Published by on


This work portrays an area known intimately to the artist, painted here in exquisite detail from memory. During the pujiman (traditional, desert dwelling) era one’s survival depended on their intimate knowledge of the location of resources; thus physical elements of Country, such as sources of kapi (water), tali (sandhills), and different varieties of warta (trees, vegetation) were carefully observed and remembered. Today, this relationship with Country remains equally strong, despite the movement of Martu out of the desert and into remote Aboriginal Communities, towns and cities.

Also visible may be traces of life cycles based around kalyu (rain, water) and waru (fire). A thousands of year old practice, fire burning continues to be carried out as both an aid for hunting and a means of land management today. As the Martu travelled and hunted they would burn tracts of land, ensuring plant and animal biodiversity and reducing the risk of unmanageable, spontaneous bush fires. The patchwork nature of regrowth is visible in many landscape works, with each of the five distinctive phases of fire burning visually described with respect to the cycle of burning and regrowth.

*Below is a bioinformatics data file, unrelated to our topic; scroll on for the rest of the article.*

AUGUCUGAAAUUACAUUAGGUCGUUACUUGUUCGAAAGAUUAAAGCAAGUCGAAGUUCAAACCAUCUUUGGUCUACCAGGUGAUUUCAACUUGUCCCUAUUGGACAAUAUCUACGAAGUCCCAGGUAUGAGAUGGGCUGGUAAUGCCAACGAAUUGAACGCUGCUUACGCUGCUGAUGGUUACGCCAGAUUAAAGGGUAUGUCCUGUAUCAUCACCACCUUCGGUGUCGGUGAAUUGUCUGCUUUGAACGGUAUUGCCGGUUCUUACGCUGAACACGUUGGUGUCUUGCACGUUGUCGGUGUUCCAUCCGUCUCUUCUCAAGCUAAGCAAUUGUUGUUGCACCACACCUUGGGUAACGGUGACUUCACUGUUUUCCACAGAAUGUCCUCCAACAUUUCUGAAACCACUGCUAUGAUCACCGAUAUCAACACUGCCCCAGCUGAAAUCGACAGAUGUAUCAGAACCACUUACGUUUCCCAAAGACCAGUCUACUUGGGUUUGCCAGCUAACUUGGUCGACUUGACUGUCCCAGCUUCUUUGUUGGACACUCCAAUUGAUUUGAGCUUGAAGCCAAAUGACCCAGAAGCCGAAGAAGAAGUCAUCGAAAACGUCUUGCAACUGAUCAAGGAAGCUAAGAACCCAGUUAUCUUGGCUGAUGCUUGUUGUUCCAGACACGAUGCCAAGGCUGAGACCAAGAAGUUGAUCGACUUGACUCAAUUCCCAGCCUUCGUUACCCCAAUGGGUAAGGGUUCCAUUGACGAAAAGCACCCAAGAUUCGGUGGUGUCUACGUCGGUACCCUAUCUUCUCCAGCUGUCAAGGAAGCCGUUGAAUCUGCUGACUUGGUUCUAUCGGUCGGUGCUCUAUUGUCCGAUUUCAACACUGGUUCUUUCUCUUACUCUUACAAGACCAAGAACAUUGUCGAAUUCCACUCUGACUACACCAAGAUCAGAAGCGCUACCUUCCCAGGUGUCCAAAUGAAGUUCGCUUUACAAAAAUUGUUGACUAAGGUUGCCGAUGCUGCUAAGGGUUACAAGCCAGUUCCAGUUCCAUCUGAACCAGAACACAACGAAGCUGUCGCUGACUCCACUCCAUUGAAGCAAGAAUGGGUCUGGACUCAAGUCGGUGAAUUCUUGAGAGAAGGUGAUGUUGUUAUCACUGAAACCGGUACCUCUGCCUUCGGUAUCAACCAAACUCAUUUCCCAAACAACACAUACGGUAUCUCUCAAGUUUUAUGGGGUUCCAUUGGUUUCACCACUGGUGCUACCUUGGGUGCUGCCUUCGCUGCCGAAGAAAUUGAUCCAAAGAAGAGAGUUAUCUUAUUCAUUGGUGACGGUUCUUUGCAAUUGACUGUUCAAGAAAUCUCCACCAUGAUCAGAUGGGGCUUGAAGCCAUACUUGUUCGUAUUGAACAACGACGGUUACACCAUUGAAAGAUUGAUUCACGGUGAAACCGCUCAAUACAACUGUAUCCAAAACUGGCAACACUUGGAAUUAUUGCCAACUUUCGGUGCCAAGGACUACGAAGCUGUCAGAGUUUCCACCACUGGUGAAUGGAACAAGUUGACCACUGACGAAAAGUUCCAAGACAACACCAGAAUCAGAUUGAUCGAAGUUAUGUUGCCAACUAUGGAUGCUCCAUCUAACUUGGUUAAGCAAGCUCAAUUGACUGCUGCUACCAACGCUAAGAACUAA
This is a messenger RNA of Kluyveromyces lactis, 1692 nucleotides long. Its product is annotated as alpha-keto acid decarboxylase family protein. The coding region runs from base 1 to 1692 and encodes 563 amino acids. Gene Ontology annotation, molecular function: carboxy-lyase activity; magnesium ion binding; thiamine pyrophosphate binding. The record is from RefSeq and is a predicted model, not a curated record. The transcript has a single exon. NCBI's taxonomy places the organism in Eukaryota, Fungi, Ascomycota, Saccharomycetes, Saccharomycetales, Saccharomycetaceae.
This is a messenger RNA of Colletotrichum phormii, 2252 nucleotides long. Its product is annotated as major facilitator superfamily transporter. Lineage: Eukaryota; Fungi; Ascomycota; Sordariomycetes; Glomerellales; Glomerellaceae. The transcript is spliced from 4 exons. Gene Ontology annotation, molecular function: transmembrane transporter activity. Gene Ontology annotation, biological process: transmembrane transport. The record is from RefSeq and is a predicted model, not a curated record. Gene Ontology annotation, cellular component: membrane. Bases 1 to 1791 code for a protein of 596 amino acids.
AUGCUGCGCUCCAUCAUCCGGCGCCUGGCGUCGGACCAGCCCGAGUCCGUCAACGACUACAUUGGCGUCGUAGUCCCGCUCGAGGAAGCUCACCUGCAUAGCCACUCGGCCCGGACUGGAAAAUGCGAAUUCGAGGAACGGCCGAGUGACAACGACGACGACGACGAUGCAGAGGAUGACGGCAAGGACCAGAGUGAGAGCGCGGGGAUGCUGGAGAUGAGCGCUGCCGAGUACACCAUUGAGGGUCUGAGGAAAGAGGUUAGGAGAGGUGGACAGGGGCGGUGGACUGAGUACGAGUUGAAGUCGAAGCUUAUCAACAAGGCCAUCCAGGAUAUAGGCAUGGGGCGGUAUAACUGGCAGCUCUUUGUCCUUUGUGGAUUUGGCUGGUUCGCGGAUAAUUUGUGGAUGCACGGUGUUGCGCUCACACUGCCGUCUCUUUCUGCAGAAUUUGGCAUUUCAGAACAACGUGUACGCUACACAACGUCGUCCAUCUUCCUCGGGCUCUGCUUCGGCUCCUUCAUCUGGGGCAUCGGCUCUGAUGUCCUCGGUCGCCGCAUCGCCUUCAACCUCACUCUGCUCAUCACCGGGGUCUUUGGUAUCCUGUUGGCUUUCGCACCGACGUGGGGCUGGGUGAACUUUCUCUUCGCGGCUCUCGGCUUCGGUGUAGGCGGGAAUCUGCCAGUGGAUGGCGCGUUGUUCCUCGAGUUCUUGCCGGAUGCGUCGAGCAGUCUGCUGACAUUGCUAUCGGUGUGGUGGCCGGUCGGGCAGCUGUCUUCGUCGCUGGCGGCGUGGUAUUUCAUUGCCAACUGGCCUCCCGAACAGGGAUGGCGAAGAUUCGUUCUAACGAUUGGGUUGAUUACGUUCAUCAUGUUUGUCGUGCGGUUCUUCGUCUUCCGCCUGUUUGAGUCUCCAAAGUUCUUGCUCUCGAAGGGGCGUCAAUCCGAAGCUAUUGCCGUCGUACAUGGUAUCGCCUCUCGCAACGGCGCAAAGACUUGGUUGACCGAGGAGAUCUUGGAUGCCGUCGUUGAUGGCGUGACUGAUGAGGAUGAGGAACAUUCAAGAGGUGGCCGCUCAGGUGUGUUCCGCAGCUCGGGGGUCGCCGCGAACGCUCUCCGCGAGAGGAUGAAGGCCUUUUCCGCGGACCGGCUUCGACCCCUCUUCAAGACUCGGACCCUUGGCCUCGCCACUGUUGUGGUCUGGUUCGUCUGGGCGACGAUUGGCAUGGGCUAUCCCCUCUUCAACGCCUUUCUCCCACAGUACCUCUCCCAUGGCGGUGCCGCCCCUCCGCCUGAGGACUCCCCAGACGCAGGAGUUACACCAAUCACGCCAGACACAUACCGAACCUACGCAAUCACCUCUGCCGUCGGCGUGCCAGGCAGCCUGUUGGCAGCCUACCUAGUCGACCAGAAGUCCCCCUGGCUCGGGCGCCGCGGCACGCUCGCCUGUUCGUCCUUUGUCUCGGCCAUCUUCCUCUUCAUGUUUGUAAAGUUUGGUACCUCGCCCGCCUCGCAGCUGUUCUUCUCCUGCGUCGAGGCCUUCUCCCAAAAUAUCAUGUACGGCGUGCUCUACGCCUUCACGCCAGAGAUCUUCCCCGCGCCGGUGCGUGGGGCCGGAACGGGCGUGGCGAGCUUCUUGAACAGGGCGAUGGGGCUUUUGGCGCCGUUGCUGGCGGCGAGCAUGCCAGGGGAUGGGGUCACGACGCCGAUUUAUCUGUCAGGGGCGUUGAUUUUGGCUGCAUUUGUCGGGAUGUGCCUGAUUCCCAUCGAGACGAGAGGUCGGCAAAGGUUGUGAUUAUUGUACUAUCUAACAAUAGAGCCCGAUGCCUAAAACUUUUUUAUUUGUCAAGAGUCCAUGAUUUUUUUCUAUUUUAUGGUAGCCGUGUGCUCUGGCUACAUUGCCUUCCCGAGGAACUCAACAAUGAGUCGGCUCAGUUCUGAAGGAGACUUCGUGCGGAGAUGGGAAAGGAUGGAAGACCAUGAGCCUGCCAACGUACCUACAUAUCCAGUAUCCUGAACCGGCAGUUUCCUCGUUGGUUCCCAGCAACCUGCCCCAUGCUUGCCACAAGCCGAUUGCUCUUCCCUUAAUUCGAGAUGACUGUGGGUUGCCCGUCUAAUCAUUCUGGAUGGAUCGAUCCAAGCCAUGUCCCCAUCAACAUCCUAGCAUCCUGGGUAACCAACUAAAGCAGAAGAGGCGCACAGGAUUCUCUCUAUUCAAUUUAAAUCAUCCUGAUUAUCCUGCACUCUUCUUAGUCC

Finally, metaphysical information relating to a location may also be recorded; Jukurrpa (Dreaming) narratives chronicle the creation of physical landmarks, and can be referenced through depictions of ceremonial sites, songlines, and markers left in the land. 

Name: Brianna Booth

Language: Manyjilyjarra

Community: Parnngurr


I was born in Port Hedland and grew up in Parnngurr Community with family.

Mostly I grew up with my grandmother and learnt how to hunt. She taught me to respect myself and others. She was telling me all the dream stories when I was young. I was watching my other grandmother Ngamaru paint and learned from her, asking her about them. She told me about her Country around and through the Canning Stock Route. 

I like to paint Parnngurr Country all over Martu Country.

© the artist / art centre